Wednesday, January 24, 2007

A Lighter Note

Boo-Boo (Owen) is adjusting to his loss. The rest of us can squelch the canine absence in a flurry of denial and avoidance. Boo does not always allow us this. At mealtimes he still looks - traditionally he is fed first, and then she. He goes to the door when his bowl is filled as if asking where her food is, and why are we not rushing in to feed her? The first day was the worst. Each day he forgets a little. I wish I were a dog. We bought him a distraction, a "hey, sorry we killed off your sister, have a bed!" gift. He looooves it - I have to get him another one for my office, so he can lay by my desk and be supportive. Girl put it on the floor and before she could get the tags off he rushed into the middle of it, turned three times, and plopped down. He handled the editor visit reasonably well too; a little nervous and skittery (well, who wouldn't be?? He was probably wondering if he was going to be disappearing as well!) but once ignored he emerged to be noticed. It's much quieter here. Kioshi was the alarmist. Owen has missed the UPS guy, Mr. Wonderful's homecoming, and Girl's newspaper gathering trips with not even a woof. I always knew he was naturally quieter. When we first got him he did not bark for weeks and weeks, and then one day all of a sudden he let out a huge "WOOF" when Kioshi was barking at something. He shocked all of us, and himself, with a voice ten times bigger than his body. Even Kioshi was momentarily silenced.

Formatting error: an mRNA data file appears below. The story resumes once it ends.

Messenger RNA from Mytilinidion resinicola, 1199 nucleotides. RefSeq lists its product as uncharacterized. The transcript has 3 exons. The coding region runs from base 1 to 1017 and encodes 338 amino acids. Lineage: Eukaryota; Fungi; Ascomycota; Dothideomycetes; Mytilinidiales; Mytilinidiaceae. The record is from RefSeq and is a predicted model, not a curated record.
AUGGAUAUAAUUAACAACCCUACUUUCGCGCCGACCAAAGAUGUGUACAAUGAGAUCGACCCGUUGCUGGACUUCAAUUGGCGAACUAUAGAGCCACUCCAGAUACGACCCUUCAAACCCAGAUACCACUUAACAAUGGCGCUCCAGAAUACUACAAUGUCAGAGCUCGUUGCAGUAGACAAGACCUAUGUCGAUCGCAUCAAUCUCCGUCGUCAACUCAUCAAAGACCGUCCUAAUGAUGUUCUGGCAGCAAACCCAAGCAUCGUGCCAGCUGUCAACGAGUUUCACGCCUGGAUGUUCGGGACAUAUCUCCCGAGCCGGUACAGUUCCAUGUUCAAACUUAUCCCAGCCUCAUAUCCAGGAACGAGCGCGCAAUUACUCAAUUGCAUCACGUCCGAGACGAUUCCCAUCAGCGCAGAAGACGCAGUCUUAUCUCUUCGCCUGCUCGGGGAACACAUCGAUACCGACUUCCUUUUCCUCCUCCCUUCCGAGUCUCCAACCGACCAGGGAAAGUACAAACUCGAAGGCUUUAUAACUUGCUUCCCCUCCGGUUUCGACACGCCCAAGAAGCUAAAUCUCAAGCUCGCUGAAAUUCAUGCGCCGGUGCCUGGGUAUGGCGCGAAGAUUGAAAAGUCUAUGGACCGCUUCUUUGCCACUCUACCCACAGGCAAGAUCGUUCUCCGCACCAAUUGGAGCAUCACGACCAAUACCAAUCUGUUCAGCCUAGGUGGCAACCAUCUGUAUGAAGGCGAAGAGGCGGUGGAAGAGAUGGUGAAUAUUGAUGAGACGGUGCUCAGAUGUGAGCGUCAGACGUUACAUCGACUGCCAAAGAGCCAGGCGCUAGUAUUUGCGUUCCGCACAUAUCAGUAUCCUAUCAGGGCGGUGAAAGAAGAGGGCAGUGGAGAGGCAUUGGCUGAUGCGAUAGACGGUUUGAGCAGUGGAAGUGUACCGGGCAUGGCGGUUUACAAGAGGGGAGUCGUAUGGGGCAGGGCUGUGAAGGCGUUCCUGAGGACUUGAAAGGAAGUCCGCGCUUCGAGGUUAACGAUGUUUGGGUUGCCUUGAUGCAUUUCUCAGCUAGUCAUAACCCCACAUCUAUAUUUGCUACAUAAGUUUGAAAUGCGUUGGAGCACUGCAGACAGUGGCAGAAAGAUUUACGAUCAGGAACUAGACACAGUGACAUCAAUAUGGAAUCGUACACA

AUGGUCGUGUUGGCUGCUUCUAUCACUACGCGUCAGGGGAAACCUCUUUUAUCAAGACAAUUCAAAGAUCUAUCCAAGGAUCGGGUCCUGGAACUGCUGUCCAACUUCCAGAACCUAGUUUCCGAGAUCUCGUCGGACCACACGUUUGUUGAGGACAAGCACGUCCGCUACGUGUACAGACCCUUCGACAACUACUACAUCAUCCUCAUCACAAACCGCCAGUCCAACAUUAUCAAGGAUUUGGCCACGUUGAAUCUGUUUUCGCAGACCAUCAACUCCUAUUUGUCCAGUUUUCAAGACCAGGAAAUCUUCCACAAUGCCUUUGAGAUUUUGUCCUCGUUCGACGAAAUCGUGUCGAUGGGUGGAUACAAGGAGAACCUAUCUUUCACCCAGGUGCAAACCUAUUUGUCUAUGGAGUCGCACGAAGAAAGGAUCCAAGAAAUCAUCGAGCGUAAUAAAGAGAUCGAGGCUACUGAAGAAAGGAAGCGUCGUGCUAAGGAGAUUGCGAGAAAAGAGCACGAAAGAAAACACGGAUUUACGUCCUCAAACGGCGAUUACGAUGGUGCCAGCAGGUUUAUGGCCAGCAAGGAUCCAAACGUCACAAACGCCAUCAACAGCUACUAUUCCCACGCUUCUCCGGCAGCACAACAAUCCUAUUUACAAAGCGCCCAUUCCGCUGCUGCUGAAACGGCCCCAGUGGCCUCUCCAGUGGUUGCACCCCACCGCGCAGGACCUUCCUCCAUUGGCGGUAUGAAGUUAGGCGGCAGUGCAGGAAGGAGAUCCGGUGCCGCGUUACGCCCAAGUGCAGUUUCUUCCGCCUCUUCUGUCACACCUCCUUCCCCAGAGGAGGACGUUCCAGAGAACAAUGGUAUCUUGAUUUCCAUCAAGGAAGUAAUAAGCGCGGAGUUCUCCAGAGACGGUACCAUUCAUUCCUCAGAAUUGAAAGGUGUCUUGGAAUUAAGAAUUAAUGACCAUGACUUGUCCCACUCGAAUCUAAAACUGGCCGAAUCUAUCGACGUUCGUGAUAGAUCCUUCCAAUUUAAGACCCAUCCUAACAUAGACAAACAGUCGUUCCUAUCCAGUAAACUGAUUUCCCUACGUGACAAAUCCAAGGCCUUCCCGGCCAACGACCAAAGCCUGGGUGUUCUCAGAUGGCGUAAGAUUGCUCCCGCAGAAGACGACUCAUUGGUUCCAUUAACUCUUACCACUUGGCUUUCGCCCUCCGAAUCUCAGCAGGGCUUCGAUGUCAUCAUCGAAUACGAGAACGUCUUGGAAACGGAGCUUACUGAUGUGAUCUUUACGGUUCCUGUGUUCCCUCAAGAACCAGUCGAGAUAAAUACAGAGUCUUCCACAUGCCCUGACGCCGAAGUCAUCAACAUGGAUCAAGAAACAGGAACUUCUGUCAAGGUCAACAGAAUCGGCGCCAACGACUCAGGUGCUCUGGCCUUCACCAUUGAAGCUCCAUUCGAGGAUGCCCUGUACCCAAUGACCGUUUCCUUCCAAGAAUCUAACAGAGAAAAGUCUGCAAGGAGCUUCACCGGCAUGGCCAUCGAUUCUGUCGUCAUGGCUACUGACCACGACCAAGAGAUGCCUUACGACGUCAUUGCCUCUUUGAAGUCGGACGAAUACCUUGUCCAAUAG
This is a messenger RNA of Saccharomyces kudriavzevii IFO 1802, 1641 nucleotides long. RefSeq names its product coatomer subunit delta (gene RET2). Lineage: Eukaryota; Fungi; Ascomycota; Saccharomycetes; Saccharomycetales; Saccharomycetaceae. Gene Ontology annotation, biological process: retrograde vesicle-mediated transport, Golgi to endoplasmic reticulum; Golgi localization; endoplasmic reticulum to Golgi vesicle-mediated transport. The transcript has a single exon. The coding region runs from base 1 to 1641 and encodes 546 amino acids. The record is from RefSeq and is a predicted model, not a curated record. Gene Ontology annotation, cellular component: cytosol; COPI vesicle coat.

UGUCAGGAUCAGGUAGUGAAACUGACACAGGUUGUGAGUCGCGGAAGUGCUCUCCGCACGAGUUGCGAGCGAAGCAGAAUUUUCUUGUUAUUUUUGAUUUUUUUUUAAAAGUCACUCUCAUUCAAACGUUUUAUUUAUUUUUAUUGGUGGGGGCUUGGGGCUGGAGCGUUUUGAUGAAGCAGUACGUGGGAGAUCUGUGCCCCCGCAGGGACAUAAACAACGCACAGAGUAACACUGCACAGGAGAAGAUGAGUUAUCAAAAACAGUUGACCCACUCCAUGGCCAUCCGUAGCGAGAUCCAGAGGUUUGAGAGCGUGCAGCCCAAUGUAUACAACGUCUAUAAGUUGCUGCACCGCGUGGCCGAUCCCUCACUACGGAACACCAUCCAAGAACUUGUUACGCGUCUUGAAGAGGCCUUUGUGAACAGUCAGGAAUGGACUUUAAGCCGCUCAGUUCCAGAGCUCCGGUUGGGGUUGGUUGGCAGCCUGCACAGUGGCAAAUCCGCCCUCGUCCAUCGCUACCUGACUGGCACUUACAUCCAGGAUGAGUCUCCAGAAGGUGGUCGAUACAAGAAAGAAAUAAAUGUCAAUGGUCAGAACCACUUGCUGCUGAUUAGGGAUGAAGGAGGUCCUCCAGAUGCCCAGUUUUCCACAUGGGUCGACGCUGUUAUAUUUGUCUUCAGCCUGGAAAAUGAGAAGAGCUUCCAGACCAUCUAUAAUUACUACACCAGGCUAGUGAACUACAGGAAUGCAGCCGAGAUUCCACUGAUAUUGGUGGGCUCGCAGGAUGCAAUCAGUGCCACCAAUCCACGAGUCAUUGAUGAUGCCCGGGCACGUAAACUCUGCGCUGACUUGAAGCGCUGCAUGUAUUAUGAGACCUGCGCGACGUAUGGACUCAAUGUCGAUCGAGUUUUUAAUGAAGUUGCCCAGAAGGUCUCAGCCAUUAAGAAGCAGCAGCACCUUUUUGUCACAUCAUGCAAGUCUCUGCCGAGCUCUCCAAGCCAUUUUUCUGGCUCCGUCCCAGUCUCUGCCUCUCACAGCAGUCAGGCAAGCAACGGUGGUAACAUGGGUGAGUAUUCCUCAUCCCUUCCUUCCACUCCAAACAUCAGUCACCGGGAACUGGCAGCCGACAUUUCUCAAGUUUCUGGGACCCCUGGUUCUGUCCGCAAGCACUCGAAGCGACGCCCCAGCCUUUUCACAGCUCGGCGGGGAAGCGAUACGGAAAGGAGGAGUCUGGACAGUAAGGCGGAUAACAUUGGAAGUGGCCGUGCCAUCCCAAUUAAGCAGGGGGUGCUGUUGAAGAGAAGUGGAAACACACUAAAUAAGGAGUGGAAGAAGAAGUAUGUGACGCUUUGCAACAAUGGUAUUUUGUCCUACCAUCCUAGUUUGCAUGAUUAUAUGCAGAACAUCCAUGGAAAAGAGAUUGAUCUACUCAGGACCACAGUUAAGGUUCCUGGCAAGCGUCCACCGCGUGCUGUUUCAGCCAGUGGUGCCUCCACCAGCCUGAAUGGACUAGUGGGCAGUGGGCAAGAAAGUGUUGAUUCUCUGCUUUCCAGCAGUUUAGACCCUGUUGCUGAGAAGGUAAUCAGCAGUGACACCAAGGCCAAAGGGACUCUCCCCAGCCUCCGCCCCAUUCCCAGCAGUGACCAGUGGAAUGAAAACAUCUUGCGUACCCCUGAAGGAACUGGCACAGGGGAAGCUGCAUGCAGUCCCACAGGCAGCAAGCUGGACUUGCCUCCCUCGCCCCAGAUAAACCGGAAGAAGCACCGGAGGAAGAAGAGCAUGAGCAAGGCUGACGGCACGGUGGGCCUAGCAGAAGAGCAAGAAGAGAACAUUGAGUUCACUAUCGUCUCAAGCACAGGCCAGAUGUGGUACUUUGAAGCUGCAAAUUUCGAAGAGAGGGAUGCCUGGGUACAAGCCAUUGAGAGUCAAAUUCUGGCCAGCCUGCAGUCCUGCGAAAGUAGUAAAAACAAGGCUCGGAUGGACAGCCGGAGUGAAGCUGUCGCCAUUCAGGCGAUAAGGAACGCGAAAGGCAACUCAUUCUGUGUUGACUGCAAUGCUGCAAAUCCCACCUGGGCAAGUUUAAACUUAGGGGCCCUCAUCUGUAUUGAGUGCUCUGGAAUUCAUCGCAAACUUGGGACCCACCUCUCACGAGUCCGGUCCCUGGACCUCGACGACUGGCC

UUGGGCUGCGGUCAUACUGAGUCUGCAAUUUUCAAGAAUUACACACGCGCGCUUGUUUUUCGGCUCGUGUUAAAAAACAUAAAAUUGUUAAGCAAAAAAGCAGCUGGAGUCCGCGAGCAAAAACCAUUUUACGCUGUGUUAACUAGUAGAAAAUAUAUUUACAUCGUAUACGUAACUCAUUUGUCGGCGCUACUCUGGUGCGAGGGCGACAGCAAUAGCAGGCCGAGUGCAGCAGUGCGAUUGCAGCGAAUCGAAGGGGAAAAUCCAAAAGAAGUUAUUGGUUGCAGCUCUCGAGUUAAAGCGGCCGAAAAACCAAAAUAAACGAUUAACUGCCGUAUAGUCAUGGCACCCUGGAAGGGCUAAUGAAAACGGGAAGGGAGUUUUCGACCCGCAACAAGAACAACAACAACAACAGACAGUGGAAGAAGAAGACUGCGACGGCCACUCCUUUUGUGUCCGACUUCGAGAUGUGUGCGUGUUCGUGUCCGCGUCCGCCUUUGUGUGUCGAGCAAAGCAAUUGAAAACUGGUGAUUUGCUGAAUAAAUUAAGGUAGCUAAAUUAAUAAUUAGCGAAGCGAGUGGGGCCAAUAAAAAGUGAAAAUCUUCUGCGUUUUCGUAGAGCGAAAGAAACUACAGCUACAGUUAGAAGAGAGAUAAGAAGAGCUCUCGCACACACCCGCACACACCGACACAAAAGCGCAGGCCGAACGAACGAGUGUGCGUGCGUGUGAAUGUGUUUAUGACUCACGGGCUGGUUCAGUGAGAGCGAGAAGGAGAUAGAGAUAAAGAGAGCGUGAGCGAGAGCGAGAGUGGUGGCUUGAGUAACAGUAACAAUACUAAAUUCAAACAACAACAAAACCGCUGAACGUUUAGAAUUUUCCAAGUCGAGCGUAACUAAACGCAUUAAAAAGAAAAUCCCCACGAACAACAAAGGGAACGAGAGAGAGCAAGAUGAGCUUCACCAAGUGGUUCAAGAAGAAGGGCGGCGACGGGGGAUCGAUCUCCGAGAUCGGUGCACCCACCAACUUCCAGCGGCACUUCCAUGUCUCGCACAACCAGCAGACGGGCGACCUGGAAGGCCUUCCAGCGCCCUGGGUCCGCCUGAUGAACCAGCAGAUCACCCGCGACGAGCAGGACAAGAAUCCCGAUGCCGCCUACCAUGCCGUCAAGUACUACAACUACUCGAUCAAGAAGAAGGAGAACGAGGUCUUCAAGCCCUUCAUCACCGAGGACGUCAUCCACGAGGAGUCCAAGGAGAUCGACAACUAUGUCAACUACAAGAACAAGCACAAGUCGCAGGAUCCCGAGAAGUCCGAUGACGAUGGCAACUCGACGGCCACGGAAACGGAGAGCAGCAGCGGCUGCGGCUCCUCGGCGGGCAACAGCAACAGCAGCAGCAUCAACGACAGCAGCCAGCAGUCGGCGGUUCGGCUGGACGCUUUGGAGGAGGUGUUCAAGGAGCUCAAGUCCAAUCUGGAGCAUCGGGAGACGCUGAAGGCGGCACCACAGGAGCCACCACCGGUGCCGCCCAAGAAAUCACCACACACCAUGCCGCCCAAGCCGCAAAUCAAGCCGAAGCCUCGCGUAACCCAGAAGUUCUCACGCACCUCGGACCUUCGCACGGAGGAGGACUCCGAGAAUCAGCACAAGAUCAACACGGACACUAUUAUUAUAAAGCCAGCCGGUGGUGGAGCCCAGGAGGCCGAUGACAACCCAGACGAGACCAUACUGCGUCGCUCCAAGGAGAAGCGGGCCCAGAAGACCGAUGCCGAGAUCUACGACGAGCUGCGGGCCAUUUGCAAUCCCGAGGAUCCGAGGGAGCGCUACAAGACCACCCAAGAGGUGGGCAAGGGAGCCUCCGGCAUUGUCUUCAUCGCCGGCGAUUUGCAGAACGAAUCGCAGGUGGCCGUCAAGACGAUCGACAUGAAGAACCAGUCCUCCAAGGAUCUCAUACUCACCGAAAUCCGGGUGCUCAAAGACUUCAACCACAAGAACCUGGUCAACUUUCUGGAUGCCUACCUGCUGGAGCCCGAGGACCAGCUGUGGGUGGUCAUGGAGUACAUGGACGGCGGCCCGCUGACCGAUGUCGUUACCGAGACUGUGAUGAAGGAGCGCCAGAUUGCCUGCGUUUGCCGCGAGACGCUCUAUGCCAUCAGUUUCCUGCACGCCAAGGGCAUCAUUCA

The editor came. And she took away three babies with her. Socks, I mean; three pair of socks, the prettiest and most colorful. And one pair of baby socks, cast-on and worked to the foot, past the heel turn, for demonstration purposes at a Workman launch meeting. It nearly broke my heart. They are so young, too young to be so far from hearth and home and mother-love. I am left with this pile of unfinished sock-i-ness, one pair needing re-knitting because I do not think the yarn shows the pattern to best advantage. I am considering a jump to a Great Adirondack yarn. I wanted one in the book; now may be the moment to get one in. We also discussed things like getting my hands in...literally...photographing my hands for the technique section of the book. Now, I don't mind so much having my hands photographed. IF I can have a manicure first. My nails, as a rule, look like heck.
I still have a tiny bit of design to do. This is what we're down to: a bunch of yarns for Fair Isle, and one beautifully cabled sock in progress. It's going to be perfect. Next week. The book-yarn used to comprise two bins stuffed to the rafters with yarns. Now the dwindling remaining yarns sit at the bottom of this one lone bin. But progress was made this week on the writing end. A lot of writing happened. I was worried that I could not get 7,500 words out of this. I need not have worried. I hit 5,000 in a matter of a few hours detailing the step-by-step two socks on one circular technique. Wild. I always knew I loved to talk. Who knew I liked to talk on paper too?!

Because I spent the morning with Gwen, and because of the Monday Sadness, I took the rest of yesterday as a holiday, and started this, the Elizabeth Zimmerman Surprise Jacket. I am hoping it will be done and will FIT a certain young lady for her birthday. I also want to get her little Carhart overalls, just like daddy's and mommy's, and a rose colored shirt to go under them. I think, together, they will make an adorable outfit, especially if combined with her RoBeez shoes...It's a good thing we never had any more girl children.
Time to go spoil Owen some more, and do the treadmill thing and get back to the grind. And then spoil Owen more. And pet Owen, and rub his head, and sooth his poor nerves. And maybe write some too....
I find this frightening. Not in and of itself, but my ability to actually recognize, without much thought, the products represented...well, that's just sort of creepy. Check it out. I love the poster.

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